So what’s driving this update? In Mueller’s words, “Sometimes, the web just evolved. Sometimes, what users expect evolves and similarly, sometimes our algorithms are, the way that we try to determine relevance, they evolve as well.”

In other words, it appears that the recent core update is more about users and the web changing and evolving, and Google keeping up with that. 

Advice from Google regarding the June 2019 Core Update

Build and maintain a high-quality site

Mueller recommends reading this 2011 blog post from Amit Singhal, a former Google senior vice president. “What we do have is an older blog post from Amit Singhal, which covers a lot of questions that you can ask yourself, about the quality of your website,” Mueller says. “That’s something I always recommend going through.”

Get a third-party critique

Mueller suggests asking those who’ve “seen a lot of websites” but who are not associated with yours to provide feedback on your site. He says:

“As a site owner, you have an intimate relationship with your website — you know exactly that it’s perfect. But someone who is not associated with your website might look at [it] and... say, well, I don’t know if I could really trust your website, because it looks outdated or because I don’t know who these people are who are writing about things… I don’t know if this is as relevant as it used to be. Get people who are un-associated with your website to give you feedback on that…”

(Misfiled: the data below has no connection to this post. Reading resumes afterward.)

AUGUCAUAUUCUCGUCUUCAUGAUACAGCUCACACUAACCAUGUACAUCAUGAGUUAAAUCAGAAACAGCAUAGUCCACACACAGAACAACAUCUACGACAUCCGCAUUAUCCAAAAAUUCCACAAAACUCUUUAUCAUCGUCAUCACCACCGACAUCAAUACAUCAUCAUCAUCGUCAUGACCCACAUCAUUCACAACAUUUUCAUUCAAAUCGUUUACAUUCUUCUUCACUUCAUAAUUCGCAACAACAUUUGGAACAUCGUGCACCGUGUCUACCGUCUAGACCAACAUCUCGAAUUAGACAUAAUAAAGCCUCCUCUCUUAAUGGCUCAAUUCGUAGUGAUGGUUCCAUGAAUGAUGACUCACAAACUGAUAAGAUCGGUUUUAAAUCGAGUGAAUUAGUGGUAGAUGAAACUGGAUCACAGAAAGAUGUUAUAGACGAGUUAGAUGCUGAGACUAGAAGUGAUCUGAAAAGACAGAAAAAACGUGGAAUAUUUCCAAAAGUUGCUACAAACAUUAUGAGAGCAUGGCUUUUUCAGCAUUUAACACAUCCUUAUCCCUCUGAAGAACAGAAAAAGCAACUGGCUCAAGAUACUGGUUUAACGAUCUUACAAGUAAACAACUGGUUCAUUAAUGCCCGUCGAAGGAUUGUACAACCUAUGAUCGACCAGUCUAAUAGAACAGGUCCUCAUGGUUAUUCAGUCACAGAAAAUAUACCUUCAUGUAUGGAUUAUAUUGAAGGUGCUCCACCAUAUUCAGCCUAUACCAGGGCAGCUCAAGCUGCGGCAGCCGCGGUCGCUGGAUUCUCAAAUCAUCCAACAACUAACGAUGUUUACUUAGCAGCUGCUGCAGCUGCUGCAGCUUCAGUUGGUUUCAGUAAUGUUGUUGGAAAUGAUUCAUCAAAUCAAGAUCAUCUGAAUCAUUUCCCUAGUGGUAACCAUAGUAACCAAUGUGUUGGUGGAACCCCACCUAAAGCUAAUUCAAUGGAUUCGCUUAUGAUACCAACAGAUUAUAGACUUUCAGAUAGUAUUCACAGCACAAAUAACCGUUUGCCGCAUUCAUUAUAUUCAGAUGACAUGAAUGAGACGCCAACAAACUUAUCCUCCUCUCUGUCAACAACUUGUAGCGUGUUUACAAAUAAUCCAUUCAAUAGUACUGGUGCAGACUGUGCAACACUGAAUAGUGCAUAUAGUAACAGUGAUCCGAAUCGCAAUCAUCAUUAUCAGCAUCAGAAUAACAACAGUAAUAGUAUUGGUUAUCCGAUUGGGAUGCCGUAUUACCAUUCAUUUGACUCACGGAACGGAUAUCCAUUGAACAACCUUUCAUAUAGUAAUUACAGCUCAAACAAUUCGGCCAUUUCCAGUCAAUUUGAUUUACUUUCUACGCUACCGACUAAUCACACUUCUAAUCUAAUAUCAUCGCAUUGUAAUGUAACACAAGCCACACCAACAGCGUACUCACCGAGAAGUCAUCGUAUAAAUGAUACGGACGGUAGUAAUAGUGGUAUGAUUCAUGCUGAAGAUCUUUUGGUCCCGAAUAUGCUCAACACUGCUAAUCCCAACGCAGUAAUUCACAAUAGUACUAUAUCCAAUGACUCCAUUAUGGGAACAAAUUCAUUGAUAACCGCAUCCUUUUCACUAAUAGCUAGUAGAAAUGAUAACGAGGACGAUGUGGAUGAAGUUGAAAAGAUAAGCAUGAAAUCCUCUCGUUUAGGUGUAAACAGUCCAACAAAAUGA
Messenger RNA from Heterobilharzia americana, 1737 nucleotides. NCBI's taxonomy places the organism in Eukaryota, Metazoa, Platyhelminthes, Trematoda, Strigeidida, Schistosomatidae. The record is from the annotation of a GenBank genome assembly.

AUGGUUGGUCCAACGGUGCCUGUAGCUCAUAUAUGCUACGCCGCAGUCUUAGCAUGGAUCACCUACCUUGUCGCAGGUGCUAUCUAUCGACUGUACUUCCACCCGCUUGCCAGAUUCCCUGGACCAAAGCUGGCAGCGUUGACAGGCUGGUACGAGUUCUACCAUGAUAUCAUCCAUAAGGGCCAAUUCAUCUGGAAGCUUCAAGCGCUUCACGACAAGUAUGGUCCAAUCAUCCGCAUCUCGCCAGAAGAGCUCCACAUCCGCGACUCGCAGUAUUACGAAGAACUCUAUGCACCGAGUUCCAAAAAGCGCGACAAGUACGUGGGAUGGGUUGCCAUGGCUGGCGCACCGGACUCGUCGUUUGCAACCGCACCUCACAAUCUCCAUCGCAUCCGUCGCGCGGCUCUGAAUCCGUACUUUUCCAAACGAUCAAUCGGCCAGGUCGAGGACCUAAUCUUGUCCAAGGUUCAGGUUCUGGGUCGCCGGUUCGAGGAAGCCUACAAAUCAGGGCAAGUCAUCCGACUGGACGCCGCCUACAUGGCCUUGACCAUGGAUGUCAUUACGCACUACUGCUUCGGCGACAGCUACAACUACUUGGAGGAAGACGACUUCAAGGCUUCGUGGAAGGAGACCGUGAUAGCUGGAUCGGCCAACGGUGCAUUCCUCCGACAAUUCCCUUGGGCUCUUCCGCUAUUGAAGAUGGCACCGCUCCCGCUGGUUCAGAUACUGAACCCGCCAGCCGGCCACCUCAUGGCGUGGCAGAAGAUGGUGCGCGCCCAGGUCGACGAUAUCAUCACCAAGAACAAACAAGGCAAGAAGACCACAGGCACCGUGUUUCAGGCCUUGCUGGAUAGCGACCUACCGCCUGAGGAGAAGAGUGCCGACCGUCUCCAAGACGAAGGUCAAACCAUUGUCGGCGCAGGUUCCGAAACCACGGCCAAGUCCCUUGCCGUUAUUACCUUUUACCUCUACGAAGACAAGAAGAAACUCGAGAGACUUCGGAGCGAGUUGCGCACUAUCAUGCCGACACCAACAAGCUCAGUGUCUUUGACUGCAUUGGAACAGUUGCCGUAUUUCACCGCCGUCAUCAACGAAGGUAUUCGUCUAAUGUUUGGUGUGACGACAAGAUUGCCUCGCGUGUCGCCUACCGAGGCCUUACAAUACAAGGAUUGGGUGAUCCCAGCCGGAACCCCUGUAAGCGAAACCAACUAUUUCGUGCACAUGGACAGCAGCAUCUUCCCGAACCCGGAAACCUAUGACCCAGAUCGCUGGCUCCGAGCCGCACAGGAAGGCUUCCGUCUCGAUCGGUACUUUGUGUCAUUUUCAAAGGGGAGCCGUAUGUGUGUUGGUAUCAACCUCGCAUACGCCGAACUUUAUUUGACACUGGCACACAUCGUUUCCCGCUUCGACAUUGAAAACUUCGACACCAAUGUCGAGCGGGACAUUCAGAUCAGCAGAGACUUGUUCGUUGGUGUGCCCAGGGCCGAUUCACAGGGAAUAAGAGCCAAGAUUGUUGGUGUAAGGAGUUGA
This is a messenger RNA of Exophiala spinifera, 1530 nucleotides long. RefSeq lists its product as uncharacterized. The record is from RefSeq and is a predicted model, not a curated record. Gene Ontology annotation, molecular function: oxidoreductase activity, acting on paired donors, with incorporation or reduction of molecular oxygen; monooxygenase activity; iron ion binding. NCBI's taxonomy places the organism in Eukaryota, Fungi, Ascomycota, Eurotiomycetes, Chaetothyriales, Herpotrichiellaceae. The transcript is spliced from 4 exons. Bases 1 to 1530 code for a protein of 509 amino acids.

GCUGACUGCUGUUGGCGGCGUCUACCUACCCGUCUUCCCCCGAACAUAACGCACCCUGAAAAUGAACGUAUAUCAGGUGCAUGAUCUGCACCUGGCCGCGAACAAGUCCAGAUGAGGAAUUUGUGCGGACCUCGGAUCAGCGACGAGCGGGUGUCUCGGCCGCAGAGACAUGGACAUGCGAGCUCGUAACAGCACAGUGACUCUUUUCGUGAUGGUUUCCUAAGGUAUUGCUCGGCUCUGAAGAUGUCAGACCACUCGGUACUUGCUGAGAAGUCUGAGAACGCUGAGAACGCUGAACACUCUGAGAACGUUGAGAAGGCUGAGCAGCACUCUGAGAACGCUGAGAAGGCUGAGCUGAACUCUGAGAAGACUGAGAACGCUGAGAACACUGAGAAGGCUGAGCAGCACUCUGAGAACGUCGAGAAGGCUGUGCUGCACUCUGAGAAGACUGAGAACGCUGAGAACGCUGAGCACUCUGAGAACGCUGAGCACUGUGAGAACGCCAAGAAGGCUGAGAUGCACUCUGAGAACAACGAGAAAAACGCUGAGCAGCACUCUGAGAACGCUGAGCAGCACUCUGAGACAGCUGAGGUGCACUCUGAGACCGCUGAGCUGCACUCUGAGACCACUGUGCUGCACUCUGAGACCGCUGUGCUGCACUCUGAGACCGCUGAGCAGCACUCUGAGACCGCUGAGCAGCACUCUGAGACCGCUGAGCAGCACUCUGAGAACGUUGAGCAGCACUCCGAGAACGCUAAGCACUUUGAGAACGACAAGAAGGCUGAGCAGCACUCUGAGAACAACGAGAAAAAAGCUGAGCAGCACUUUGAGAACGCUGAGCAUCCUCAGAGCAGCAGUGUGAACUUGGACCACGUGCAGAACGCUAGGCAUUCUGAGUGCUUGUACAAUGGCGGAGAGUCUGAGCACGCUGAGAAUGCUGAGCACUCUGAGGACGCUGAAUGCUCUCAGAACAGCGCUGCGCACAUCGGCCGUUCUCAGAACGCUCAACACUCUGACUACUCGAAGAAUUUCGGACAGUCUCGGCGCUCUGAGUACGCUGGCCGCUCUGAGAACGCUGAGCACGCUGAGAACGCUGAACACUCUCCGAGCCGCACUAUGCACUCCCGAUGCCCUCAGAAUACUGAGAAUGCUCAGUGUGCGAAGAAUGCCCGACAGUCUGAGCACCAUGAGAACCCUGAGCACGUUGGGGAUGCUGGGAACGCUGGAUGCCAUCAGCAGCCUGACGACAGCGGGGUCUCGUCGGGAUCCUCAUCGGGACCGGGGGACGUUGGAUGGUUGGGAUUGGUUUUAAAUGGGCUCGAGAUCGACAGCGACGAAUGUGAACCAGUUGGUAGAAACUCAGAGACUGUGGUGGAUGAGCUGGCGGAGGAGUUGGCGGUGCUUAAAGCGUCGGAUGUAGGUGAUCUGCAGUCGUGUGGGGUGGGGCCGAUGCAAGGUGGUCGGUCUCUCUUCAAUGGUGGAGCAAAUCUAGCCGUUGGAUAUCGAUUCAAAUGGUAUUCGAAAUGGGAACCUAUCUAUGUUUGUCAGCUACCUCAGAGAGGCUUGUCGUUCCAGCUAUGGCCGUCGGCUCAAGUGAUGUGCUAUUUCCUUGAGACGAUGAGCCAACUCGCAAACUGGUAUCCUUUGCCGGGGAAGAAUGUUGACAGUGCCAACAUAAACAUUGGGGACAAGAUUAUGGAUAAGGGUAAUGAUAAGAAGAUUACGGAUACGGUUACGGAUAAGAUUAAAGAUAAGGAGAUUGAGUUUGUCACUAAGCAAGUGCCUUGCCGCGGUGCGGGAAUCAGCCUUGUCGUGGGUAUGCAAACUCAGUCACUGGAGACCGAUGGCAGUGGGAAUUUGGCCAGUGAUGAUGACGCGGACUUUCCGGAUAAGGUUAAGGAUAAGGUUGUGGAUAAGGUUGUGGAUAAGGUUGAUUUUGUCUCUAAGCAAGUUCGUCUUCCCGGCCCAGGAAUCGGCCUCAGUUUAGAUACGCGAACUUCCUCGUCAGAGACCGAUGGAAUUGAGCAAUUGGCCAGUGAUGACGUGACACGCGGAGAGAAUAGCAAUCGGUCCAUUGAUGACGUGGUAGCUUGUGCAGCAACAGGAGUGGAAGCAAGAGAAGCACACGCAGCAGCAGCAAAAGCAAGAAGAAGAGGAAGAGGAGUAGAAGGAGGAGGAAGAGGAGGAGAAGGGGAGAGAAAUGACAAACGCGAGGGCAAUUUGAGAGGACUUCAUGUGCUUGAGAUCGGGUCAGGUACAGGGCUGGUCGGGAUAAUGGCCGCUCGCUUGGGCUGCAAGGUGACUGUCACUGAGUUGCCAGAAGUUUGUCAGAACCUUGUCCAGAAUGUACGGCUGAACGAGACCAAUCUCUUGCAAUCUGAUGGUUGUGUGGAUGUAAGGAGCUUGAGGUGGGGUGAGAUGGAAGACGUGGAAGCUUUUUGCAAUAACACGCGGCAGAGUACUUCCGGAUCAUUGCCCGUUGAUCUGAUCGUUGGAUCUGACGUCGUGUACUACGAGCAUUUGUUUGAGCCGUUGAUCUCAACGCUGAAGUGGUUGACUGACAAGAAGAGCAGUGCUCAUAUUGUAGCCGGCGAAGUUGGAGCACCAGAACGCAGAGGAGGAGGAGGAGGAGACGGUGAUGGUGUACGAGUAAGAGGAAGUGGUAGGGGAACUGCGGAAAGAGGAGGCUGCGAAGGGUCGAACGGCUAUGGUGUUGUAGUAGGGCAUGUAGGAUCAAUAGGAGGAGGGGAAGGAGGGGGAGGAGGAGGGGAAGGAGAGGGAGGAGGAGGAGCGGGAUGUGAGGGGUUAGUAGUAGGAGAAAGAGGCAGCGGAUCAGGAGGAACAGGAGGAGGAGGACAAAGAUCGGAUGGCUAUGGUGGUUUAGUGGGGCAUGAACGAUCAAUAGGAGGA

Soliciting feedback on your site from people in web communities is a great idea. You may know your site so intimately that it’s preventing you from spotting problems with it.

More guidance may be on its way

Mueller wrapped up by saying that the powers at Google may put out additional guidance for webmasters. “I know a lot people have been asking for more advice, more specific advice, so maybe there’s something that we can put together,” he says. “We’ll see what we can do internally to put out a newer version of a blog post or kind of provide some more general information about some of the changes we’ve been thinking about there.”